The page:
Shared Vision, Values, and Culture

        Building, communicating, and maintaining

For a professional service firm, vision, values, and culture are really 99 percent of the equation.”
— Damien O’Brien, CEO, Egon Zehnder International

We place a lot of weight on shaping, nurturing, and enforcing our values and culture.”
— Bob Dell, Chairman and Managing Partner, Latham & Watkins

If you don’t get this stuff right, you might as well forget the rest of it. You are going to be just another organization.”
— Peter Stringham, CEO, Young & Rubicam Brands

Revitalizing Vision, Values, and Culture

Even great cultures and values need revitalization and modernization.”

Most successful professional service firms continue to embody the spirit of their original founders. However, the world does change, and many firms periodically review and fine-tune their vision, values, and culture. The goal is to ensure that their core principles and operating style continue to reflect both the evolution of their partnerships and changing client needs. In many cases, this refreshment process in and of itself is seen as a powerful way to revitalize partner commitment and attract new talent.

Such renewal initiatives usually are driven by some inflection point within the firm or a disruption or change in the competitive landscape or in the marketplace. Traditional ways of working may become obsolete, and significant changes to governance, services, and culture are required to ensure continued viability. Intense mergers and acquisitions (M&A) activity over a prolonged period may result in cultural misalignments that require radical adjustment. Or, as frequently happens, growth surges and the drive to globalize may strain and dilute a firm’s existing culture.

A change in leadership often triggers an effort to reflect and refresh. When Mark Penn, the new CEO at public relations agency Burson-Marsteller, came on board in 2006, he launched a process to modernize the firm. As Richard Powell, Global COO, tells it, “Mark focused on saying, ‘OK, we know what’s the best of the old Burson, but what do we have to do to make it relevant in the 21st century?’" The firm, according to Powell, ended up combining the new with the best of the old.”

For public relations firm Edelman and law firm Latham & Watkins, the growing impact of globalization drove the refresh discussion. According to Latham & Watkins’ Chairman and Managing Partner Bob Dell, in 1999–2000, the firm partners had to decide to “face the fork in the road” — to either solidify and reconfirm its vision to be the best law firm in the U.S., or to shift to a global perspective. During about the same time period, Edelman set out to expand its U.S.-centric focus to incorporate a worldwide perspective (see “Edelman Revisits Vision and Values”).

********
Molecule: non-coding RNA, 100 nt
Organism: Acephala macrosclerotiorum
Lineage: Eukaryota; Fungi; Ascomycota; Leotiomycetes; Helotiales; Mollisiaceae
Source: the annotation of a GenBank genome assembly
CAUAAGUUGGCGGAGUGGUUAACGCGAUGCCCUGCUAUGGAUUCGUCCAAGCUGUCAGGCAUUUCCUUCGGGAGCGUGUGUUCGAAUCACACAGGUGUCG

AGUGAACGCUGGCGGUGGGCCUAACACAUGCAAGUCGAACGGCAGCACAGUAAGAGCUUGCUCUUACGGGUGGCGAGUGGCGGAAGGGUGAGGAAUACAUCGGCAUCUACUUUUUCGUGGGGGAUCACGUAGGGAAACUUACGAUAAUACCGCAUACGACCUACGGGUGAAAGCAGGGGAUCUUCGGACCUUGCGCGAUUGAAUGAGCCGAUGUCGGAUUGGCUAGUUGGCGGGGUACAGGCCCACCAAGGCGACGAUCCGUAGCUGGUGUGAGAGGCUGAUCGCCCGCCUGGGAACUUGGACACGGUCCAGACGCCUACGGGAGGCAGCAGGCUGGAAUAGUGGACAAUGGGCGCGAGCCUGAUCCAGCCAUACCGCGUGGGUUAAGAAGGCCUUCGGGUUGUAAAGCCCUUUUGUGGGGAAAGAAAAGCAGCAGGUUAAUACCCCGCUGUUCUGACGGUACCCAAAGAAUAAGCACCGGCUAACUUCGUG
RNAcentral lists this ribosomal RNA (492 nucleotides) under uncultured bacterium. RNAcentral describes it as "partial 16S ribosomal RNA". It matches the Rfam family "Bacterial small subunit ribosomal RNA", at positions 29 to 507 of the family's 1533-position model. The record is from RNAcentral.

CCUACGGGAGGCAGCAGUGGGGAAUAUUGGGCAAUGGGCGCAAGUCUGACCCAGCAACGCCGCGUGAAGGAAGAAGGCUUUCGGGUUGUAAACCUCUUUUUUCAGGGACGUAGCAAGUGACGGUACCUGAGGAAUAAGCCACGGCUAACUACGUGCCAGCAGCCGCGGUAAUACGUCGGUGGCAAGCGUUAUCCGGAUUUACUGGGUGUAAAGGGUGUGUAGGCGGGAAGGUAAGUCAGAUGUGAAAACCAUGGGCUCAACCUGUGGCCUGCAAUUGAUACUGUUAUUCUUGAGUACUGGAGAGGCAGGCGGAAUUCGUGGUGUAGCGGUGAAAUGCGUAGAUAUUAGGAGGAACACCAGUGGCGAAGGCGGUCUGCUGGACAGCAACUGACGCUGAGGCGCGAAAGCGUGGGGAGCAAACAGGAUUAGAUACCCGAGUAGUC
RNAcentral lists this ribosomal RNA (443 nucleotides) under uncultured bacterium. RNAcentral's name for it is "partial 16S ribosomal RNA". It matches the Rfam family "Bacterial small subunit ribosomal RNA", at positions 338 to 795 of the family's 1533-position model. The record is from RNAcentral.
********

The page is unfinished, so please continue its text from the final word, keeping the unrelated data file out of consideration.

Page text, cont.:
The Enron scandal and the subsequent dismantling of Arthur Andersen were a catalyst for tremendous introspection and reevaluation within the accounting profession. It was an extremely turbulent time. The Big Four and others in the industry were forced simultaneously to examine their fundamental business goals, scramble to acquire pieces of Andersen’s global business, and absorb former Andersen partners into their firms.

Executive search firm Egon Zehnder International faced three significant disruptions when it launched a firm-wide evaluation in 2001. Egon Zehnder, the firm’s founder, had recently retired after 36 years. Two of the firm’s major competitors went public, which changed the dynamics around equity and compensation. And, the Internet was rapidly becoming an important tool and competitive advantage in the recruiting business. As CEO Damien O’Brien recalled, “The firm was unsettled, and there was a concern that the leadership had their head in the sand and hadn’t really acknowledged that the world was changing so dramatically.”

Driven by the same evolving industry dynamics in the executive search business, Korn/Ferry International began a multiple-year journey to broaden its business from an exclusive focus on search work to a more full-service talent management organization. The process involved systemic change to much of the firm’s core structures and a shift in values and culture (see “Korn/Ferry Changes Its Vision and Culture”).